Sunday, April 21, 2024

The downstairs at Central Square’s Pandemonium Books & Games holds game play – and plenty of games.(Photo: Marc Levy)

When “Stranger Things” premiered on Netflix in 2016, it combined horror, fantasy and 1980s nostalgia to become a smash hit. The show, with its most recent episodes released Friday – ushering in what will probably feel like a long wait for the show’s fifth and final season – didn’t benefit just the streaming service; it also delivered a bump in popularity to Dungeons & Dragons, a tabletop role-playing game.

Dungeons & Dragons is a major inspiration for the show’s monsters, and the main characters are often depicted playing it – apt for a group of young misfits in the 1980s who even get caught up in a period-accurate satanic panic.

The game continues to be popular to this day, and an eclectic group of people comes together weekly in a Central Square basement to create a fantasy world they can explore by directing their characters.

In a visit to that world June 29, a wizard with a questionable reputation hired seven strangers to go on a mission to gather ingredients to an unknown potion.

Joseph Quinn’s character in “Stranger Things” is dungeon master for the show’s D&D players.

Along the way, the success of many actions was determined by a roll of the dice. In D&D, rolling a one is a catastrophic failure; a 20 is considered extremely successful. Other than this, and a list of other predetermined rules, the game’s possibilities are endless – it relies on in-the-moment decisions from players and their dungeon master, a combined narrator and referee.

The Wednesday sessions at Pandemonium Books & Games, 4 Pleasant St., are regularly at or near capacity, store workers said. There are three tables that can sit up to eight players, each paying $15 for a typical three hours of play.

Much in D&D is decided by a roll of dice of various shapes. (Photo: Marc Levy)

The group during a recent game included a mother, her son and his friend; two friends who appeared to be in their 20s; and three more young adults. Many experience levels were present, from beginners to seasoned experts such as Jeremiah Johnston, who has played D&D for at least 10 years.

He became interested in the game when it was described to him as collaborative storytelling, he said.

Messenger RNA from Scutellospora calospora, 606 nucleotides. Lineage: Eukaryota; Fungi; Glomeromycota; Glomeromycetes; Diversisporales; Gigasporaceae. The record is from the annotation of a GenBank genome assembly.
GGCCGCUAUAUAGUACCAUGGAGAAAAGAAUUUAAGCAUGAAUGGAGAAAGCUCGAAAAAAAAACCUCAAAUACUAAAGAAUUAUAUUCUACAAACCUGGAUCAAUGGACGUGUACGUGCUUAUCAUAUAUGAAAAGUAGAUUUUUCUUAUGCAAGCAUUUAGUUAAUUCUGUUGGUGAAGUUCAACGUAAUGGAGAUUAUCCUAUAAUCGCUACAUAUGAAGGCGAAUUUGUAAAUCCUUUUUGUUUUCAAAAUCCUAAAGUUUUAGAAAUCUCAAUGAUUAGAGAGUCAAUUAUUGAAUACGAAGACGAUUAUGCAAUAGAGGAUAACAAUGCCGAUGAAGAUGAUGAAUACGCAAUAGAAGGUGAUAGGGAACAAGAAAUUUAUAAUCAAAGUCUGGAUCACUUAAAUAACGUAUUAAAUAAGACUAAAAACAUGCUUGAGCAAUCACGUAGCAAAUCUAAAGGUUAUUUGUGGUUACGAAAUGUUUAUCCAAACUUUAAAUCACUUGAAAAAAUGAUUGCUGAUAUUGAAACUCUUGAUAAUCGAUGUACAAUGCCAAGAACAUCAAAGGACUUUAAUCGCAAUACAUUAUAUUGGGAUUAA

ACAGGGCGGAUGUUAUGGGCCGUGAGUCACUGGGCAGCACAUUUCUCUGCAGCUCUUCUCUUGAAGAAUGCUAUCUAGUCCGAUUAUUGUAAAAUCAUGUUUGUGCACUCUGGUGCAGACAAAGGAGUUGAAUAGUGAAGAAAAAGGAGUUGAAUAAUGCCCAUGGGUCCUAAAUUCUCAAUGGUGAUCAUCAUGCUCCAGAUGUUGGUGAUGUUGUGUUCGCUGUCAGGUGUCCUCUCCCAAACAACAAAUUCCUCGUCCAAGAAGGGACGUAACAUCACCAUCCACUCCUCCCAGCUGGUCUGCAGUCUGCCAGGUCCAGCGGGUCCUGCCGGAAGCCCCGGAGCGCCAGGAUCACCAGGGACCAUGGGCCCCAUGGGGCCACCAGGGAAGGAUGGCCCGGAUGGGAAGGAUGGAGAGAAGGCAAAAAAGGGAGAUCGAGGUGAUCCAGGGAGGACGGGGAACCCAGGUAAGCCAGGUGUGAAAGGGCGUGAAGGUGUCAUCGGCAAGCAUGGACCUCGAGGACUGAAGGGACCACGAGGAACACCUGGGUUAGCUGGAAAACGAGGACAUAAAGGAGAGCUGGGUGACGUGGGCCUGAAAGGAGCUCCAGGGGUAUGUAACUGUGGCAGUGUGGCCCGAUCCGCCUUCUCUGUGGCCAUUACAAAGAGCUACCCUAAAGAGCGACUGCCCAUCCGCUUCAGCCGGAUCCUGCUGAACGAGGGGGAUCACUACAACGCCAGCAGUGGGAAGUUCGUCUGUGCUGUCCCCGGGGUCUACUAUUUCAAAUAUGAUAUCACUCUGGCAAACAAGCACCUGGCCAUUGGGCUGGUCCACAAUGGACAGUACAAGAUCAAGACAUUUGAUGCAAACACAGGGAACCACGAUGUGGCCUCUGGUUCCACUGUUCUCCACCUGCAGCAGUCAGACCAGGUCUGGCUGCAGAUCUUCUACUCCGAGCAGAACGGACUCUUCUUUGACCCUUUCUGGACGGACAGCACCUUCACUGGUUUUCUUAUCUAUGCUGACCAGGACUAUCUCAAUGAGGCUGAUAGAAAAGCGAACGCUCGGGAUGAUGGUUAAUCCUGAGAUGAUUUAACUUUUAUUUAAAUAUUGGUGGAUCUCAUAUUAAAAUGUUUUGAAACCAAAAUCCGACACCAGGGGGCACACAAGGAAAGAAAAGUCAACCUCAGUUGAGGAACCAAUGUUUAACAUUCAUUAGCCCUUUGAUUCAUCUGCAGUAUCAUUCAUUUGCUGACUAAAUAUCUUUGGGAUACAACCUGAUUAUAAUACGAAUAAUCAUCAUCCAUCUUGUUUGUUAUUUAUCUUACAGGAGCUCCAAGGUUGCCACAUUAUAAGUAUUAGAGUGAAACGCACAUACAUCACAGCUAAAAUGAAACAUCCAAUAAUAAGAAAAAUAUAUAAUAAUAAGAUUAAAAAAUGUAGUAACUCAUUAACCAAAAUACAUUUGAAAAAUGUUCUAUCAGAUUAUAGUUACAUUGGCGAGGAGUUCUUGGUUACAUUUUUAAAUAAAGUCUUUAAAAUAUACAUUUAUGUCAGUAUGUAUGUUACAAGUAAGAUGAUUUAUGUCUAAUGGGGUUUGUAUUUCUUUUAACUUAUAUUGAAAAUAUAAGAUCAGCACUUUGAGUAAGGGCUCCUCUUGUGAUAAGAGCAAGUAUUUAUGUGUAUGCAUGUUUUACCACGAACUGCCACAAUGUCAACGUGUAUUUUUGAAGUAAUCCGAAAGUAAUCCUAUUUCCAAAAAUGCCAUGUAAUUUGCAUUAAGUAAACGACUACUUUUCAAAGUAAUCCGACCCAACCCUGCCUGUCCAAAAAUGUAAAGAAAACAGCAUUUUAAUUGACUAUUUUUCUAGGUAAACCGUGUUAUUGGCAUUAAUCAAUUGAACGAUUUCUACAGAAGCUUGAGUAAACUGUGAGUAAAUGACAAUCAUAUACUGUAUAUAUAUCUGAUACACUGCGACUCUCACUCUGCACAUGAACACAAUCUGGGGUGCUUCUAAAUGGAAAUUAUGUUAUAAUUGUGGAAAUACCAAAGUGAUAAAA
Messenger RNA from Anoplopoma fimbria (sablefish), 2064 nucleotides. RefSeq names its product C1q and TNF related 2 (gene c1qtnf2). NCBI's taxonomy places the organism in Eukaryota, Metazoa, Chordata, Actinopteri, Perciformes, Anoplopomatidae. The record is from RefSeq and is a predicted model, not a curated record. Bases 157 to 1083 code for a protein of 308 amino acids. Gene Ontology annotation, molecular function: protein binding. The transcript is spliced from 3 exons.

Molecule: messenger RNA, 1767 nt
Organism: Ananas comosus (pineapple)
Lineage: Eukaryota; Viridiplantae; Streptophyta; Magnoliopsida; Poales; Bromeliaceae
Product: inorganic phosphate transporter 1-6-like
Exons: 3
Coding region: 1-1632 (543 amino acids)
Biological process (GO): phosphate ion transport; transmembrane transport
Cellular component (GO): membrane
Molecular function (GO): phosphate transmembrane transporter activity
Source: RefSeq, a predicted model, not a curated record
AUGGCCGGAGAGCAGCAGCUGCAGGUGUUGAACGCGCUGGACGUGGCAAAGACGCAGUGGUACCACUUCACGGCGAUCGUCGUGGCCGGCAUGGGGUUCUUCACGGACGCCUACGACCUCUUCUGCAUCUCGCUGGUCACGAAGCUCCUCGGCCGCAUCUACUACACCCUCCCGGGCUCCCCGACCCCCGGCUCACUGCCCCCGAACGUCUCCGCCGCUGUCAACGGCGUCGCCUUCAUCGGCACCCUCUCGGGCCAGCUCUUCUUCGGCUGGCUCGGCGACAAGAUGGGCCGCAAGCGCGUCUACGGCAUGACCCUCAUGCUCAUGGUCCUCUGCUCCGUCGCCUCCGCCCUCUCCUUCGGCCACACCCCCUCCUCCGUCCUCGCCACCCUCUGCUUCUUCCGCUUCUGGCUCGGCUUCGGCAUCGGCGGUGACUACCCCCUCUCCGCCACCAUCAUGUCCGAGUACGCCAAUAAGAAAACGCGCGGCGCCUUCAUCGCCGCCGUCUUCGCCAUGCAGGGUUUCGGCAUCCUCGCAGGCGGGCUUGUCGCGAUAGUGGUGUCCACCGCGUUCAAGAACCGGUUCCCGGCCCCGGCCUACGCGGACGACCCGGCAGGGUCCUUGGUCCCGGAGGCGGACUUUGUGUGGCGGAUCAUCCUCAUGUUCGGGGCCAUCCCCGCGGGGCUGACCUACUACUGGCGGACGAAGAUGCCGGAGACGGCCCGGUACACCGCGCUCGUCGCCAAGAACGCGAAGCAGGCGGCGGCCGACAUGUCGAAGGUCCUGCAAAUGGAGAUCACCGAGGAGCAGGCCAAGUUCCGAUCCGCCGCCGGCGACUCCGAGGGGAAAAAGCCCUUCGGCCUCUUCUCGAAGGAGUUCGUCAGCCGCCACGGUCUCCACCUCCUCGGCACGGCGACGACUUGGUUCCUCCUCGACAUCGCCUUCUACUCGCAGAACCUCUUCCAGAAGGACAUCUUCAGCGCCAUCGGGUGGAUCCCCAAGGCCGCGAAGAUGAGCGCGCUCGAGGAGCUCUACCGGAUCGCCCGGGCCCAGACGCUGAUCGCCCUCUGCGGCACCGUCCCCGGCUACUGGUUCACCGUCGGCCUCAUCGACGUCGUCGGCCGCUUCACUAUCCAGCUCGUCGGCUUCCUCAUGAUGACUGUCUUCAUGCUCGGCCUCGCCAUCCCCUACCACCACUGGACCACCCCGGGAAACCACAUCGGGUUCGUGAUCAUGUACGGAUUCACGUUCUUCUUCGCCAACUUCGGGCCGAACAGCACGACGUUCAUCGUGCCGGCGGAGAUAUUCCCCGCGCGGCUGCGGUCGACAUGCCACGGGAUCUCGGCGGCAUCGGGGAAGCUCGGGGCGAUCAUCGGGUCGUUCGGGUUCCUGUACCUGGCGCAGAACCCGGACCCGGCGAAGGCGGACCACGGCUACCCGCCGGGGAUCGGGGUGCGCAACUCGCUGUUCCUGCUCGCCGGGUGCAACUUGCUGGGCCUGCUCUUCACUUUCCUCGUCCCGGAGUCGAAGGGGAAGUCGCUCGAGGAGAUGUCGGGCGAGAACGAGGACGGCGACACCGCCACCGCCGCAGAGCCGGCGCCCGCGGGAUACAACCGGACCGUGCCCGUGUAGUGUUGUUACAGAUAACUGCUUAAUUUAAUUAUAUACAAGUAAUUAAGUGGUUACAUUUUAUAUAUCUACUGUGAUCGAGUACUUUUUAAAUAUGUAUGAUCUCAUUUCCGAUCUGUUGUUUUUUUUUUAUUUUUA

“I think collaborative storytelling is a great way to imagine yourself in kind of a situation where you can sort of make the change you want to see in the world,” Johnston said.

Players at a June 29 game at Pandemonium includes, from left, David B., Rachel Zakuta and her child Nathan Zakuta. The game was led by dungeon master Em Arnold Mages. (Photo: Luciano Cesta)

While “Stranger Things” is not the only reason D&D is rising in popularity, sales rose around the time the show was released. Nathan Stewart, vice president of D&D at Wizards of the Coast, the Hasbro subsidiary that makes the game, told Bloomberg Businessweek in 2019 that sales were up 41 percent in 2017 and another 52 percent in 2018.

“I do think ‘Stranger Things’ brought a lot of people who didn’t have as many nerdy hobbies before into the fold,” said Em Arnold Mages, the dungeon master of Wednesday’s game.

But they also credit podcasts in which people play D&D, such as “Critical Role,” which has a cast of well-known voice actors, and “Adventure Zone.”

The upstairs at Pandemonium Books & Games. (Photo: Luciano Cesta)

The game continued to grow through the Covid-19 pandemic despite people not being able to gather in person – which may even have helped, Pandemonium owner Tyler Stewart said.

“We’re stuck in this house. What are we gonna do? I guess we could play D&D, right?” Stewart mused.

He believed his shop did better than most during the pandemic. “People need to play games,” Stewart said. “They started picking up board games and role-playing games because they didn’t have anything else to do.”

While game events did not happen in the store during the height of the pandemic, things are going back to normal with precautions. Everyone at the game night was required to be vaccinated and wear a mask. The shop, founded in Harvard Square in 1989 and relocated to Central Square in 2005, also holds events for other tabletop games, including around the trading cards of the popular Magic: the Gathering, also made by Wizards of the Coast.